Nigerian refugees in Niger thrive in ‘villages of opportunity’
The West African country Niger hosts more than 303,000 refugees and asylum seekers, most fleeing violence in neighboring Nigeria.
In the southern region of Maradi, the UN refugee agency (UNHCR) and the aid group Save the Children have set up camps to help refugees stay safe from the border while alleviating the burden of their host community.
In a dusty playground in Garin Kaka refugee camp in southern Niger, young children spin on a merry-go-round and climb on a metal playground.
The camp, in a patch of scrubland in southern Niger, is home to around 4,000 refugees who have fled violence by Islamist militants and bandits in neighboring Nigeria.
It is one of three camps the UN refugee agency has set up in Niger’s Maradi region since 2019 as what it calls a “village of opportunity”.
Refugees in these camps, the first of their kind in Niger, have been moved further away from the border for their safety, and both refugees and the local population are receiving assistance.
The idea of providing relief to locals is to reduce their burden of the refugee population and ease tensions that might otherwise arise from competition for resources.
Refugee women also receive small grants to open shops so they can take care of their families.
Three years ago, Hanetou Ali, a 42-year-old Nigerian, fled her village on foot with her 11 children after Islamist militants attacked and began killing her neighbours.
She said that when the militants chased them, she and her family fled. But the militants grabbed a man and his wife, Ali said, and cut him to pieces. You could see the blood flowing, she said, and people had to pick up the pieces to bury her.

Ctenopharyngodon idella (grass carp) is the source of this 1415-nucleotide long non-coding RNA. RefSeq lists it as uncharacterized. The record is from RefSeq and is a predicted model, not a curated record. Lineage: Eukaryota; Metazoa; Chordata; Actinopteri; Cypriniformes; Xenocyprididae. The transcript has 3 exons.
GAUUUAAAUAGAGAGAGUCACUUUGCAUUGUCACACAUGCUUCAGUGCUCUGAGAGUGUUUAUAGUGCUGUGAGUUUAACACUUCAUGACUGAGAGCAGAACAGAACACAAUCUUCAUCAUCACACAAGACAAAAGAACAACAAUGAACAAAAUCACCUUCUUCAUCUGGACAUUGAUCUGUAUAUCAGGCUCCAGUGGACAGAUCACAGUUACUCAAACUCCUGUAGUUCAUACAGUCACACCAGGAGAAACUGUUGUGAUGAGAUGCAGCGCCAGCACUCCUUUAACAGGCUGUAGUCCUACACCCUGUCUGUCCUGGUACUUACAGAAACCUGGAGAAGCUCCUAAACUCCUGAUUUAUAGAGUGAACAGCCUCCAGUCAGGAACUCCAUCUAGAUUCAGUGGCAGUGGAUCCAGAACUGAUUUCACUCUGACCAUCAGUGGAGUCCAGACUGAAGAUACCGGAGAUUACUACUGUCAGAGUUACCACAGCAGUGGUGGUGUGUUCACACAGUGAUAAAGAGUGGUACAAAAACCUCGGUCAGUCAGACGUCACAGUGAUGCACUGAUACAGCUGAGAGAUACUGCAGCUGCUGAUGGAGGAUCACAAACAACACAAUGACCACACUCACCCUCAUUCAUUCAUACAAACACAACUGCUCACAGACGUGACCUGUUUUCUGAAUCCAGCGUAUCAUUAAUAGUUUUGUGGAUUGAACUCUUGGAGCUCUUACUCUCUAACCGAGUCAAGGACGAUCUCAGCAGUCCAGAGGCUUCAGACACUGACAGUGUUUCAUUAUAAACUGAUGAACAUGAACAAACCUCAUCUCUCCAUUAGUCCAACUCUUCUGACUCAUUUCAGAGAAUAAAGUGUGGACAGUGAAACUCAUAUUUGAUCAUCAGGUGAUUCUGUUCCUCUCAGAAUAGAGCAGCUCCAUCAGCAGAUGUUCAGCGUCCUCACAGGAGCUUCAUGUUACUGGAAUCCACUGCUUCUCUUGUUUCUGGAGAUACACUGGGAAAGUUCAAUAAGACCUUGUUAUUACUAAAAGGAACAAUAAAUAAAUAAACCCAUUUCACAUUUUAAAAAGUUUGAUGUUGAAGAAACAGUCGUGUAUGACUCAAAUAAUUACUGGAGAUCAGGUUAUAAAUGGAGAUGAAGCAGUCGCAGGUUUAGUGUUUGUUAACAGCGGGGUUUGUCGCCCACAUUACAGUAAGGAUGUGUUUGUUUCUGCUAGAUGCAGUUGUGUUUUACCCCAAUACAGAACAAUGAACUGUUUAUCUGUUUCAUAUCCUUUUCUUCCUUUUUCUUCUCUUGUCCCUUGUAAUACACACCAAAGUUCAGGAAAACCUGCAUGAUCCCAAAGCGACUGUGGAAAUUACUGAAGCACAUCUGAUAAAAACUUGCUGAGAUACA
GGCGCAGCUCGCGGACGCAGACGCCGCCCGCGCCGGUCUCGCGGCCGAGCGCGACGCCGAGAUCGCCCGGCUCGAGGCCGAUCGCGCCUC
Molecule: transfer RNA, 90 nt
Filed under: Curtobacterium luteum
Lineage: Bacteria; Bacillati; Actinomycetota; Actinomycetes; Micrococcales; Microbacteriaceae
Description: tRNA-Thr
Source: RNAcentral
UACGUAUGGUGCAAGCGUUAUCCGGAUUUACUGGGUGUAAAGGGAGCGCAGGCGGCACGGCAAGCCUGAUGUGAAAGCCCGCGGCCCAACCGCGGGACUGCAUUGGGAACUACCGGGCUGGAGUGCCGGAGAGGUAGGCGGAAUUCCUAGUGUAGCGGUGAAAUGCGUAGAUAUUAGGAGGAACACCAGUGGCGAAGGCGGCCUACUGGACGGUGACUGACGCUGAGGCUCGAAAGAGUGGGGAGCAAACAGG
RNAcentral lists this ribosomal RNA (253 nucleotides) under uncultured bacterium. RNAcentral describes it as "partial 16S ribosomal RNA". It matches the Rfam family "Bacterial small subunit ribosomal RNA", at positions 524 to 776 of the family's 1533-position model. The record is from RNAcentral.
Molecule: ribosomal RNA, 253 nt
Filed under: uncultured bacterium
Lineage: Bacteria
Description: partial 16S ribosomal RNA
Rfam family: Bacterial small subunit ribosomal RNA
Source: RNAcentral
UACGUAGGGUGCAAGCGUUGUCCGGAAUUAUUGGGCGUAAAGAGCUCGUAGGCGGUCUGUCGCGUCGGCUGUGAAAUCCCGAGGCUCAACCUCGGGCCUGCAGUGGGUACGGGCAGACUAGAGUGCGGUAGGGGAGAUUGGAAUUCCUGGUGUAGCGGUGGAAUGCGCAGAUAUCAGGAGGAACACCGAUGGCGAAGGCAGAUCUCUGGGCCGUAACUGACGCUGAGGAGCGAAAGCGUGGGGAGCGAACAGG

Safe in the camp since 2019, Ali used a grant to open a shop selling vegetables, salt and cooking oil.
The Save the Children aid group runs services in the camp.
Ilaria Manunza of the group said it was just as important to support the refugees as the locals, who are increasingly under pressure from climate change.
“We also believe that the host population still needs and needs some support, so we cannot forget the host population, the fact that they were extremely welcoming and supportive of the refugees,” Manunza said. “Therefore, all our interventions must always target both the refugee population and the host populations.”
Aid groups hope that the refugees in the so-called villages of opportunity will eventually become self-sufficient.
But some of the refugee women say they are unable to expand their businesses because there is not enough demand for their services in the camp.
Jameela Salifou, a 40-year-old Nigerian mother of six, also arrived at Garin Kaka camp three years ago after gunmen attacked her village.
She earns her living by mending clothes with a sewing machine.
Salifou said sometimes they make enough money to buy cassava flour, but it’s not every day that they have business. She said that’s how they survive; with the small amount (of money) they receive, they succeed because they are proud of their business. Salifou said that if she earned anything, she could use it not only to buy food but also to protect her family’s dignity.
The UN refugee agency (UNHCR) says the conflict in northwestern Nigeria has forced more than 80,000 Nigerians to flee to Niger’s Maradi region. Nearly 18,000 refugees have been moved across the three camps with the Opportunity Village model.
Aid groups have said that if the model is successful in helping refugees integrate and start new lives, they could soon be settled in other countries in the region.